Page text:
So what causes pneumonia?
So we are well aware that pneumonia is caused mainly by bacteria, viruses and fungi that infect the lungs. However, scientists do not know what causes a quarter of all pneumonia episodes.
To illustrate this point, I use this pie chart from a 2008 paper published by Prof Scott and colleagues in The Journal of Clinical Investigation.
This pie chart shows that in every 4 cases of pneumonia, for 1 there is no known bug (pathogen) that was isolated during the course of disease. That for this one out of 4 cases, the laboratory results showed that the lungs were clear of any infectious agent.
This is pneumonia’s ‘dark space’ which will be ‘colored’ with time as technologies improve – perhaps a new technique for isolating some bug – it may prove to be something simpler than thought or perhaps something very complex. Researchers are hard at work to ‘color’ up that space.
One such study being conducted partly at KEMRI – WTRP in Kilifi is known as PERCH, which stands for Pneumonia Etiology Research for Child Health. According to lead researcher Dr Laura Hammitt, the use of PCR techniques will allow scientists to look for a whole variety of viruses and bacteria which was not possible 20 years ago.
Some researchers speculate that part of the unknown could be labelled ‘pollution’ – this research is still underway. It would not be surprising considering there are areas where the air is badly polluted and children’s lungs are getting frequently inflamed and this in itself could cause lung disease.
Factors associated with poverty have also been known to increase a child’s chance of getting pneumonia.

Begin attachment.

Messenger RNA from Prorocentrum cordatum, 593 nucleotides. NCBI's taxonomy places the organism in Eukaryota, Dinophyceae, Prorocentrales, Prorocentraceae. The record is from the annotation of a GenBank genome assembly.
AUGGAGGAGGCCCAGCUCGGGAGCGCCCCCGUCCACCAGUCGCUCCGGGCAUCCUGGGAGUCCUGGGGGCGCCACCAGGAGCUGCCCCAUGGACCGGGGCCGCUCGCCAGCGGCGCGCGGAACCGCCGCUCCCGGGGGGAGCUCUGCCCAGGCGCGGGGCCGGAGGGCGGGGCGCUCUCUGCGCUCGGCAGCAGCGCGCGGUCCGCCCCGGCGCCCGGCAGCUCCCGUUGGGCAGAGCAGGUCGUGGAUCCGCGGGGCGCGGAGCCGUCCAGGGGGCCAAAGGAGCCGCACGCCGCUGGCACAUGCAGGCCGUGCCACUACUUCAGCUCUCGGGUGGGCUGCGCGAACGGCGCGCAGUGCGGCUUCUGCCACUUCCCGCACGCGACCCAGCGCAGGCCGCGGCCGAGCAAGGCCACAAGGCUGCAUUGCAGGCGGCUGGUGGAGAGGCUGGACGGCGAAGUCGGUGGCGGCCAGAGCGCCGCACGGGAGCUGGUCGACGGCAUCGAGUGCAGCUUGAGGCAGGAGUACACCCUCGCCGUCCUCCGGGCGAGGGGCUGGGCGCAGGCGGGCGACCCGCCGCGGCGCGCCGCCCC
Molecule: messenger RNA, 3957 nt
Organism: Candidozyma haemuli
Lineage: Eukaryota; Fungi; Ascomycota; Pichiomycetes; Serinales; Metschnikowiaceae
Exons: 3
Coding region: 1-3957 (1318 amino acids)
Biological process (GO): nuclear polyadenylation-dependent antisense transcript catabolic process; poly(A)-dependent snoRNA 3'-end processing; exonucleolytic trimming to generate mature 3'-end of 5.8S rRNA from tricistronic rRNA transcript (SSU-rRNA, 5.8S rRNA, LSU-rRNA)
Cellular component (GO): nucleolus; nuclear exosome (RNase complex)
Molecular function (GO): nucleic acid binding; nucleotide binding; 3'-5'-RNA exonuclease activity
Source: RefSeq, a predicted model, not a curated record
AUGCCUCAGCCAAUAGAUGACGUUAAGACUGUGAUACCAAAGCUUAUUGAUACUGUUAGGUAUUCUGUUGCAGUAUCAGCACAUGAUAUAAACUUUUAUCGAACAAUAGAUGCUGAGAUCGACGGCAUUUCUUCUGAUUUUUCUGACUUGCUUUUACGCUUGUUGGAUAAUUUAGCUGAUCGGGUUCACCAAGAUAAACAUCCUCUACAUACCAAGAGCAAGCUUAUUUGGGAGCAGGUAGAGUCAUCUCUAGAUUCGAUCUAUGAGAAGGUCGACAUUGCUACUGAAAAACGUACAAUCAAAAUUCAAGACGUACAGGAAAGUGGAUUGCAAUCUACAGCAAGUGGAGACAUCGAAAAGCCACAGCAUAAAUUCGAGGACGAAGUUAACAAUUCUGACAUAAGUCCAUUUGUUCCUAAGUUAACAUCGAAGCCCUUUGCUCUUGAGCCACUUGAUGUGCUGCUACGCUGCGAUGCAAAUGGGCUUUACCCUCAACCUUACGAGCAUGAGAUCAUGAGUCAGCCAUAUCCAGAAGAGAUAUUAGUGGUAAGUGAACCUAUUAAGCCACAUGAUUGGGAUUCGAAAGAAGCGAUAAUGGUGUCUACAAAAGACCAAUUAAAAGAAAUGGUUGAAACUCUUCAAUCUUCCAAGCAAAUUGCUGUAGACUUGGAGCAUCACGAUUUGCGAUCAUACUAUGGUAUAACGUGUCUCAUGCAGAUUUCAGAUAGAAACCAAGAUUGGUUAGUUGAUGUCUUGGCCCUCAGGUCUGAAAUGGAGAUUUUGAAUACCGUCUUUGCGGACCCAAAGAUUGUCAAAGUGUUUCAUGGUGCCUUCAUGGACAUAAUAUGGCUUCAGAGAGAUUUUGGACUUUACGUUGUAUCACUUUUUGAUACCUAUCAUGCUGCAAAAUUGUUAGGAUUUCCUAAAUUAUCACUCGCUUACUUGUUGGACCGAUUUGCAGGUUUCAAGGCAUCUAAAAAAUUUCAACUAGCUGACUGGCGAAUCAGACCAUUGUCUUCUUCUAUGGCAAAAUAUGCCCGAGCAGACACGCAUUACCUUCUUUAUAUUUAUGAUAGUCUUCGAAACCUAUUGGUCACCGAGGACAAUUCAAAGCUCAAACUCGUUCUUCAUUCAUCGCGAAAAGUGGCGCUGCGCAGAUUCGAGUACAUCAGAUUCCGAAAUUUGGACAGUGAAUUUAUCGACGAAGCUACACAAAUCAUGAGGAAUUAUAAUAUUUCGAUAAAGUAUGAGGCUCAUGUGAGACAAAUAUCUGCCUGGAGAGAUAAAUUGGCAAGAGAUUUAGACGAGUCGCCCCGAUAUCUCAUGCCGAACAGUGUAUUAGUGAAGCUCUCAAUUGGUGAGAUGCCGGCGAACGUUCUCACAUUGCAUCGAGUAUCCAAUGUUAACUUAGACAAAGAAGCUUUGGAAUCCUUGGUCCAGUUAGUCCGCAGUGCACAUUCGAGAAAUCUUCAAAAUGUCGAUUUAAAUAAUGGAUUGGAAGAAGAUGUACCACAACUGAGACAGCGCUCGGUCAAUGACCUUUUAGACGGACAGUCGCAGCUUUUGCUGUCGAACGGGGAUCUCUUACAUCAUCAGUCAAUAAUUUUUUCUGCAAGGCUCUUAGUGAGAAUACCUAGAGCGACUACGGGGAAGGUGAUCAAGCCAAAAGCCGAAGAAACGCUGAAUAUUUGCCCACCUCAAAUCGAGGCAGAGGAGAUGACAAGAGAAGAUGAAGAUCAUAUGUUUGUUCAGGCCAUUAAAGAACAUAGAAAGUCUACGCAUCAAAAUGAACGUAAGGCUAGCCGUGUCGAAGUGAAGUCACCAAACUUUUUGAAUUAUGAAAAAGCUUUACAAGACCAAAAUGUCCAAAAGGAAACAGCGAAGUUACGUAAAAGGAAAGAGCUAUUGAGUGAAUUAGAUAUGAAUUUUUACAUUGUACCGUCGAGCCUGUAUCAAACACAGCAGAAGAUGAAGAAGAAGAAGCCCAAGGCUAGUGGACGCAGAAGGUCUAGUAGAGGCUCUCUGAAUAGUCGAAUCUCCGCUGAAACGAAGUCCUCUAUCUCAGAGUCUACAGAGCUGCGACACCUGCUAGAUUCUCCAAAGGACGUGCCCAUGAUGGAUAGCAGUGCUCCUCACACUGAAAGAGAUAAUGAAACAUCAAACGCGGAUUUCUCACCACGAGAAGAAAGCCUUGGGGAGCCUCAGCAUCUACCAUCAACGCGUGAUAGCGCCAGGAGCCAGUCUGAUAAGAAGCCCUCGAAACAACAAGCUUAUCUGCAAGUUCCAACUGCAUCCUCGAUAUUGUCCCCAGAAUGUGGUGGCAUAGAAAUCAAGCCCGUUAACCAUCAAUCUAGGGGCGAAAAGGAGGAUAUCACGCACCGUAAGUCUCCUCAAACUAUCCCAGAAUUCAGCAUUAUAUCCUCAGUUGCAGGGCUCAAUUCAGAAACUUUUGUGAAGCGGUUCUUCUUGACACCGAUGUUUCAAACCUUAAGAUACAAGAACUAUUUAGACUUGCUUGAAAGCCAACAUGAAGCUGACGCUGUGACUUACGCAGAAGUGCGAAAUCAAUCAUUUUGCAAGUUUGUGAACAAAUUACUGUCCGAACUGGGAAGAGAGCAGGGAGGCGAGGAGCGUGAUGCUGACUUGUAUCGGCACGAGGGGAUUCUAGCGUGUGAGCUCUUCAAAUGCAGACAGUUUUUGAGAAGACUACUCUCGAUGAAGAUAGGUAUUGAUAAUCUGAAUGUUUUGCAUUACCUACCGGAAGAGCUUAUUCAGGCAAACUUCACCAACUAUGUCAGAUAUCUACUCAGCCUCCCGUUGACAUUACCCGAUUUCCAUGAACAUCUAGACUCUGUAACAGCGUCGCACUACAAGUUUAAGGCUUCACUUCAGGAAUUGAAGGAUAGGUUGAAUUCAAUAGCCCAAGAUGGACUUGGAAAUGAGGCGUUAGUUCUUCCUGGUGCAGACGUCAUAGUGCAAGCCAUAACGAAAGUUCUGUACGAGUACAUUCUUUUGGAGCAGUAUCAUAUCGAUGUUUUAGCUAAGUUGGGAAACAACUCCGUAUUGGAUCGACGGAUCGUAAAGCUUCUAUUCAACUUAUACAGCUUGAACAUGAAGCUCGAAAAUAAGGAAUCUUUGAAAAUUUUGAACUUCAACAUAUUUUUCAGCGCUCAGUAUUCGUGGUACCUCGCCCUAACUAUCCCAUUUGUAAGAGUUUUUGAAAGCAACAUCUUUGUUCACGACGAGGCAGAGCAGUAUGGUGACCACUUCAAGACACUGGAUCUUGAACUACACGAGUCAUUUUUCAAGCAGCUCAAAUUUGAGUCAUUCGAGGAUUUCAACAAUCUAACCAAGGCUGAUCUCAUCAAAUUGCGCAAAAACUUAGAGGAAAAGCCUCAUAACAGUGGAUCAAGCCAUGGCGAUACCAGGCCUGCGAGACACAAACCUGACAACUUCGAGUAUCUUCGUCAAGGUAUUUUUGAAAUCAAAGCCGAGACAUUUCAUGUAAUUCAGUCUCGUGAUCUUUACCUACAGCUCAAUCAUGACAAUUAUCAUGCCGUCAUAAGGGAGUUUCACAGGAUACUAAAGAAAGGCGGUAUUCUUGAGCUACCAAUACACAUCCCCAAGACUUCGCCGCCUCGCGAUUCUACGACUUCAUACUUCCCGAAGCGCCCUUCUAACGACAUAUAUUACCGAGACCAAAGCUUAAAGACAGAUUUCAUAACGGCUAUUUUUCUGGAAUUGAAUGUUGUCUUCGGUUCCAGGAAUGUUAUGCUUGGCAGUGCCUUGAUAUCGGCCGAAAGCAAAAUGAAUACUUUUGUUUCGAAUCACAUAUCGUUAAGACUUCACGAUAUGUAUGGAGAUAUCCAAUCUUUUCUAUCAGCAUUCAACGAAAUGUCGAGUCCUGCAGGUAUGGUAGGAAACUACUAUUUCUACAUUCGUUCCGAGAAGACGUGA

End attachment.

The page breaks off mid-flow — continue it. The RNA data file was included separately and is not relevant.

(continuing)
I like this graph presented in the same paper by Prof Scott and colleagues that shows that long before antibiotics became available, pneumonia cases were dropping drastically in the USA.
I quote the paper
‘In 1900 in the USA, it is estimated that pneumonia killed 47 of every 1,000 children before the age of 5 years. Improvements in nutrition and living standards in the USA in the first 40 years of the 20th century led to a substantial reduction in pneumonia mortality well before antibiotics became available as an effective treatment’.
This translates to; reducing crowding by getting rid of slums, ensuring that every child lives in a well ventilated house, providing clean drinking water and good sewage, ensuring that every adult is able to earn enough to feed their children well, making sure that factories maintain certain standards to ensure that the air is not polluted AND pneumonia will drop significantly.
The fight against infectious diseases like pneumonia and malaria will be won substantially by improvement in the welfare of the ‘ordinary’ people. Once people are well educated and living like human beings ought to – a lot of these disease will be reduced significantly – they are unlikely to be totally obliterated but they can be reduced to a point where they are no longer the cause of thousands of deaths annually.